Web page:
Nov. 22. 2017
McKel Hill, MS, RDN, LDN

McKel Hill, MS, RDN, LDN


Did you know that keeping a gratitude journal can boost your health?

The simple act of focusing on what you have, rather than what you don’t, and writing it all down, has shown scientifically to improve both your mental and physical wellbeing. The beauty of gratitude, too, is that we can all benefit from more of it. Once you begin to intentionally recognize what you’re grateful for, you’ll notice a mental shift away from the stresses of everyday life.

What Does “Gratitude” Mean?

Before I begin, let’s talk about what “gratitude” really means. The world’s leading scientific expert on the subject, Robert Emmons, wrote an essay back in 2010 titled ‘Why Gratitude is Good‘ where he defines gratitude as having two parts. One: gratitude is an affirmation of goodness, whether that’s through gifts or benefits we’ve received. Emmons also explains that gratitude is not implying that life is perfect while enjoying these gifts or benefits either; complaints, burdens, and hassles aren’t disregarded. Two: gratitude is then figuring out where the goodness comes from. By recognizing the source, as it’s outside of ourselves, we’re showing a humble dependence on others. In Emmons’ words, “We acknowledge that other people—or even higher powers, if you’re of a spiritual mindset—gave us many gifts, big and small, to help us achieve the goodness in our lives.”

It’s Good for the Mind, Body & Soul

In the essay, Emmons goes on to explain his findings from a series of studies about gratitude journals and other gratitude cultivating practices. After studying more than a thousand individuals ages 8-80, his team found an amazing list of health benefits, whether they were physical, psychological or social, in a person that regularly uses a gratitude journal.

Emmons’ studies showed that people who regularly use a gratitude journal:

  • Have stronger immune systems
  • Have lower blood pressure
  • Enjoy more restful sleep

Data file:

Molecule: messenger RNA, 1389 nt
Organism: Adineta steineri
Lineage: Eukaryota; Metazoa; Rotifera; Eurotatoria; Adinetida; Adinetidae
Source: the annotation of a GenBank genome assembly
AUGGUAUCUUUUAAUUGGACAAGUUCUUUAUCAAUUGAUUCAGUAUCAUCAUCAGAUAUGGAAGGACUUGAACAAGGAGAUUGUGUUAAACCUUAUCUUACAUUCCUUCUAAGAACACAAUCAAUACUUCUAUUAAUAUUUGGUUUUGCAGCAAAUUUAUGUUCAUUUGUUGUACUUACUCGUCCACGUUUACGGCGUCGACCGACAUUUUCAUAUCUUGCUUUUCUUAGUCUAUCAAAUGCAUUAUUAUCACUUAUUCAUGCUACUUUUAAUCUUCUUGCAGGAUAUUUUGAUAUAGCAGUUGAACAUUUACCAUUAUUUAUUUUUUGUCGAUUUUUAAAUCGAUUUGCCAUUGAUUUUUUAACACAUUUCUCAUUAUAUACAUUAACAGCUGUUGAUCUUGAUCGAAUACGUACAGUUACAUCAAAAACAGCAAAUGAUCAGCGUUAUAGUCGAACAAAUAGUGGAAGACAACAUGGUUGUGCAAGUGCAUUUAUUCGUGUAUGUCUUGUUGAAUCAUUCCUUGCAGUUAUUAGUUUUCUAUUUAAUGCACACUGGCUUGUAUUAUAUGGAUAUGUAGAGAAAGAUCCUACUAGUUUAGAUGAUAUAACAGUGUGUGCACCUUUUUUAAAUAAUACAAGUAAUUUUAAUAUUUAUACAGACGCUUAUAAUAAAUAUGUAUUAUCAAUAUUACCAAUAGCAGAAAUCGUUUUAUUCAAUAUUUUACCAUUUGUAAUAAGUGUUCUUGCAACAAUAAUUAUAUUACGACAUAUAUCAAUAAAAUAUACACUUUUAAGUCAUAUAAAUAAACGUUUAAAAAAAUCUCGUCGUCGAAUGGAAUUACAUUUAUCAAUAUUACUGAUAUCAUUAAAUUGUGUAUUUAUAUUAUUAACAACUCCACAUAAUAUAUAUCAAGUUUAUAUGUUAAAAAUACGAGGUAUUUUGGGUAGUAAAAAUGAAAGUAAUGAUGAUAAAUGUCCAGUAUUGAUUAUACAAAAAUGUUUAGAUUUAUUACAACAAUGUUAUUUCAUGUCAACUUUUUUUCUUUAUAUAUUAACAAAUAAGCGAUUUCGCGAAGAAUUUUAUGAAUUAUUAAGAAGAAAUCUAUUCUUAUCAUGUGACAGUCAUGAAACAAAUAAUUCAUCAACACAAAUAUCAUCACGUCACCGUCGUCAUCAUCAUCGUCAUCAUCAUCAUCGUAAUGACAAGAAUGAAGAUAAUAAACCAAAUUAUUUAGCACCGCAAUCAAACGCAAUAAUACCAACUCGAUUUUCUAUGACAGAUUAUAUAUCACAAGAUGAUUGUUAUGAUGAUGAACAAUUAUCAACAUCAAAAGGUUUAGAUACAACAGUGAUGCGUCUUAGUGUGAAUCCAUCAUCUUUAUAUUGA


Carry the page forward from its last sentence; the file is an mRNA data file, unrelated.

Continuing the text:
• Have more energy
  • Have higher levels of positive emotions and joy
  • Are more outgoing, less lonely and isolated

Gratitude is an incredible connection point between people, and it helps strengthen relationships. Gratitude also helps you live in the present moment, which is something that’s been top of mind at NS. Read on about how to harness this powerful tool in everyday life (hint: even Oprah swears by doing it).

Gratitude Journaling: A How-To

If you’re wondering how to start gratitude journaling, the answer is simple. Start writing it all down. If you need some direction, a great place to start is The Five Minute Journal. It’s a handy journal created by the team at Intelligent Change that includes prompts to help you narrow in on what’s bringing you joy at the start of each morning, with goals for the day and affirmations. Before you go to bed, you quickly recap the day with amazing things that happened, and ways you could have made it even better. There’s even an app if old-school writing in a journal is out for you.

For those of you who are looking to advance your gratitude journal practice, prompts may not be necessary. A blank journal can provide a nice canvas for capturing thoughts of gratitude and in-the-now musings, too. Remember to share mantras; here are 10 mantras for better health to get you started. If you’re interested in ways to bring your gratitude journaling practice even further, check out these amazing tips from the Chopra Center. This list shares inspiration for finding more depth and density to each journal entry, and taking it a step further by trying a timed session.

What do you think? Would you give these advanced gratitude journaling habit a try? Have you felt happier, lighter, freer? Have you experienced more energy, less loneliness and/or better sleep? Join the conversation below by adding a comment, or let me know on Instagram by tagging #NutritionStripped!

xx McKel